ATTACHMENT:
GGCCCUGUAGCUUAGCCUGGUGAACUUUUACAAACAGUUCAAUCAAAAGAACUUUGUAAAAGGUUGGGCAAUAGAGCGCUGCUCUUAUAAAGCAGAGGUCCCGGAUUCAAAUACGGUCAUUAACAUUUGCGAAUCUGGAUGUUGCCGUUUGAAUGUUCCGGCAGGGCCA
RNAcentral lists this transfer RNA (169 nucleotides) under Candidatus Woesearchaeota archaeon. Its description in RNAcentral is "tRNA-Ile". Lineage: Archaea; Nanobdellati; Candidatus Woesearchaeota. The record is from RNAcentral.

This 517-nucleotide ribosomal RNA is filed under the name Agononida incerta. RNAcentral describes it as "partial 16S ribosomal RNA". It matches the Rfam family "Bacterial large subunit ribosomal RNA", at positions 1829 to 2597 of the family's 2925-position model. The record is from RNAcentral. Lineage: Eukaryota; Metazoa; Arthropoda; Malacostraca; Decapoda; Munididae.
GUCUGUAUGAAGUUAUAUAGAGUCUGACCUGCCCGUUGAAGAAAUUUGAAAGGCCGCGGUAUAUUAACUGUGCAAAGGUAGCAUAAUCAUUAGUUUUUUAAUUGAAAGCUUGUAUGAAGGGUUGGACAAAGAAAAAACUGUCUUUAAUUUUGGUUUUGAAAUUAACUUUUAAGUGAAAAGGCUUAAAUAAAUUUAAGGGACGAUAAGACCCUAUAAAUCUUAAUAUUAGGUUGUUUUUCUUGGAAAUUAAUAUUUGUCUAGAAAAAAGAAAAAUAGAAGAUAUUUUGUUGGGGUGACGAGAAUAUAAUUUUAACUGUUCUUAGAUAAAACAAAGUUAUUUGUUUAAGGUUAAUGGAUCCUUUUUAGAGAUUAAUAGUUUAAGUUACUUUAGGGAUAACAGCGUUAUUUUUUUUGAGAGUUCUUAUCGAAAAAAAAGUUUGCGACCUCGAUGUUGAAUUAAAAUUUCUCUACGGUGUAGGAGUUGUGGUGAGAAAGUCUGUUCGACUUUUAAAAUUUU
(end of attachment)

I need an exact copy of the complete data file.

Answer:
GGCCCUGUAGCUUAGCCUGGUGAACUUUUACAAACAGUUCAAUCAAAAGAACUUUGUAAAAGGUUGGGCAAUAGAGCGCUGCUCUUAUAAAGCAGAGGUCCCGGAUUCAAAUACGGUCAUUAACAUUUGCGAAUCUGGAUGUUGCCGUUUGAAUGUUCCGGCAGGGCCA
RNAcentral lists this transfer RNA (169 nucleotides) under Candidatus Woesearchaeota archaeon. Its description in RNAcentral is "tRNA-Ile". Lineage: Archaea; Nanobdellati; Candidatus Woesearchaeota. The record is from RNAcentral.

This 517-nucleotide ribosomal RNA is filed under the name Agononida incerta. RNAcentral describes it as "partial 16S ribosomal RNA". It matches the Rfam family "Bacterial large subunit ribosomal RNA", at positions 1829 to 2597 of the family's 2925-position model. The record is from RNAcentral. Lineage: Eukaryota; Metazoa; Arthropoda; Malacostraca; Decapoda; Munididae.
GUCUGUAUGAAGUUAUAUAGAGUCUGACCUGCCCGUUGAAGAAAUUUGAAAGGCCGCGGUAUAUUAACUGUGCAAAGGUAGCAUAAUCAUUAGUUUUUUAAUUGAAAGCUUGUAUGAAGGGUUGGACAAAGAAAAAACUGUCUUUAAUUUUGGUUUUGAAAUUAACUUUUAAGUGAAAAGGCUUAAAUAAAUUUAAGGGACGAUAAGACCCUAUAAAUCUUAAUAUUAGGUUGUUUUUCUUGGAAAUUAAUAUUUGUCUAGAAAAAAGAAAAAUAGAAGAUAUUUUGUUGGGGUGACGAGAAUAUAAUUUUAACUGUUCUUAGAUAAAACAAAGUUAUUUGUUUAAGGUUAAUGGAUCCUUUUUAGAGAUUAAUAGUUUAAGUUACUUUAGGGAUAACAGCGUUAUUUUUUUUGAGAGUUCUUAUCGAAAAAAAAGUUUGCGACCUCGAUGUUGAAUUAAAAUUUCUCUACGGUGUAGGAGUUGUGGUGAGAAAGUCUGUUCGACUUUUAAAAUUUU